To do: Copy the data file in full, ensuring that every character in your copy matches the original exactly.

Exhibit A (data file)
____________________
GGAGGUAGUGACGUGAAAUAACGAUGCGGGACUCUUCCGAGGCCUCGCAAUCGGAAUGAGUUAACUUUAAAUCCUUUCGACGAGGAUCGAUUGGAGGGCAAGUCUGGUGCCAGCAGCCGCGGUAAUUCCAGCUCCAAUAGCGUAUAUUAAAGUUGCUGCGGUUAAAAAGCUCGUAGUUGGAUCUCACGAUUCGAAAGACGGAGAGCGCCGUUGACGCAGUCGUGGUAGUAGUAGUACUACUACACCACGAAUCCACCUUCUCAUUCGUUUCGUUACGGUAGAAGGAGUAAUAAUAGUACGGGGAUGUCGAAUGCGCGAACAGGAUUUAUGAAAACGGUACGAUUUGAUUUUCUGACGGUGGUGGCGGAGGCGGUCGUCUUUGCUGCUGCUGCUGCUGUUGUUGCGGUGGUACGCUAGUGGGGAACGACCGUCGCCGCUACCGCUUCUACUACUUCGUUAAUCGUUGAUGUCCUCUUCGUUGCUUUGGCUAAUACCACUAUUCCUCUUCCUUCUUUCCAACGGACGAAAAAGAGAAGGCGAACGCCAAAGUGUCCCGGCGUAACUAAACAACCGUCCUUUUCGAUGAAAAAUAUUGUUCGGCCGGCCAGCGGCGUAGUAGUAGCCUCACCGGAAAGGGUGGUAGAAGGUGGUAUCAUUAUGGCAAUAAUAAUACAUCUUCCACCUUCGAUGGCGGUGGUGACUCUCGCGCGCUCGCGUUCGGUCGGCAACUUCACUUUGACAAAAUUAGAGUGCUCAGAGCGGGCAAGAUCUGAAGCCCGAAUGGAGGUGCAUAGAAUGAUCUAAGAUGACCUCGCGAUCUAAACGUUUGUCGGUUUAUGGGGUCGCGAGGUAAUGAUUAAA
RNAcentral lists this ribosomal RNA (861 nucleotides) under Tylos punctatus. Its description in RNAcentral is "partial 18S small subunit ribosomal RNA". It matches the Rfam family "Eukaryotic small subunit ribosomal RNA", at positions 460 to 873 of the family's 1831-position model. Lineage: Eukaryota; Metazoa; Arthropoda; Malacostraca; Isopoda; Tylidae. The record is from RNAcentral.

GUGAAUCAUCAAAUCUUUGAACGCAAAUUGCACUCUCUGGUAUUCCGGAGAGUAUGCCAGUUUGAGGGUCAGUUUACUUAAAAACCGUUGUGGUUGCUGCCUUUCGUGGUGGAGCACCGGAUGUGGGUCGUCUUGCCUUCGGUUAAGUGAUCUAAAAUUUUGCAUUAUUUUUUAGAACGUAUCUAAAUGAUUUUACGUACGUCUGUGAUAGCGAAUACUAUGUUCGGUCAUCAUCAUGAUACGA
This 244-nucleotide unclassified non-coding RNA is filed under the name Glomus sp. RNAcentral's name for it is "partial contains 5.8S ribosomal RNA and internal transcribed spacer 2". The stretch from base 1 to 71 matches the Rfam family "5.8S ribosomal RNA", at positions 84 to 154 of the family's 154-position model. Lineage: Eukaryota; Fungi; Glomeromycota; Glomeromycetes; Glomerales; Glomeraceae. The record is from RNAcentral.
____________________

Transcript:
GGAGGUAGUGACGUGAAAUAACGAUGCGGGACUCUUCCGAGGCCUCGCAAUCGGAAUGAGUUAACUUUAAAUCCUUUCGACGAGGAUCGAUUGGAGGGCAAGUCUGGUGCCAGCAGCCGCGGUAAUUCCAGCUCCAAUAGCGUAUAUUAAAGUUGCUGCGGUUAAAAAGCUCGUAGUUGGAUCUCACGAUUCGAAAGACGGAGAGCGCCGUUGACGCAGUCGUGGUAGUAGUAGUACUACUACACCACGAAUCCACCUUCUCAUUCGUUUCGUUACGGUAGAAGGAGUAAUAAUAGUACGGGGAUGUCGAAUGCGCGAACAGGAUUUAUGAAAACGGUACGAUUUGAUUUUCUGACGGUGGUGGCGGAGGCGGUCGUCUUUGCUGCUGCUGCUGCUGUUGUUGCGGUGGUACGCUAGUGGGGAACGACCGUCGCCGCUACCGCUUCUACUACUUCGUUAAUCGUUGAUGUCCUCUUCGUUGCUUUGGCUAAUACCACUAUUCCUCUUCCUUCUUUCCAACGGACGAAAAAGAGAAGGCGAACGCCAAAGUGUCCCGGCGUAACUAAACAACCGUCCUUUUCGAUGAAAAAUAUUGUUCGGCCGGCCAGCGGCGUAGUAGUAGCCUCACCGGAAAGGGUGGUAGAAGGUGGUAUCAUUAUGGCAAUAAUAAUACAUCUUCCACCUUCGAUGGCGGUGGUGACUCUCGCGCGCUCGCGUUCGGUCGGCAACUUCACUUUGACAAAAUUAGAGUGCUCAGAGCGGGCAAGAUCUGAAGCCCGAAUGGAGGUGCAUAGAAUGAUCUAAGAUGACCUCGCGAUCUAAACGUUUGUCGGUUUAUGGGGUCGCGAGGUAAUGAUUAAA
RNAcentral lists this ribosomal RNA (861 nucleotides) under Tylos punctatus. Its description in RNAcentral is "partial 18S small subunit ribosomal RNA". It matches the Rfam family "Eukaryotic small subunit ribosomal RNA", at positions 460 to 873 of the family's 1831-position model. Lineage: Eukaryota; Metazoa; Arthropoda; Malacostraca; Isopoda; Tylidae. The record is from RNAcentral.

GUGAAUCAUCAAAUCUUUGAACGCAAAUUGCACUCUCUGGUAUUCCGGAGAGUAUGCCAGUUUGAGGGUCAGUUUACUUAAAAACCGUUGUGGUUGCUGCCUUUCGUGGUGGAGCACCGGAUGUGGGUCGUCUUGCCUUCGGUUAAGUGAUCUAAAAUUUUGCAUUAUUUUUUAGAACGUAUCUAAAUGAUUUUACGUACGUCUGUGAUAGCGAAUACUAUGUUCGGUCAUCAUCAUGAUACGA
This 244-nucleotide unclassified non-coding RNA is filed under the name Glomus sp. RNAcentral's name for it is "partial contains 5.8S ribosomal RNA and internal transcribed spacer 2". The stretch from base 1 to 71 matches the Rfam family "5.8S ribosomal RNA", at positions 84 to 154 of the family's 154-position model. Lineage: Eukaryota; Fungi; Glomeromycota; Glomeromycetes; Glomerales; Glomeraceae. The record is from RNAcentral.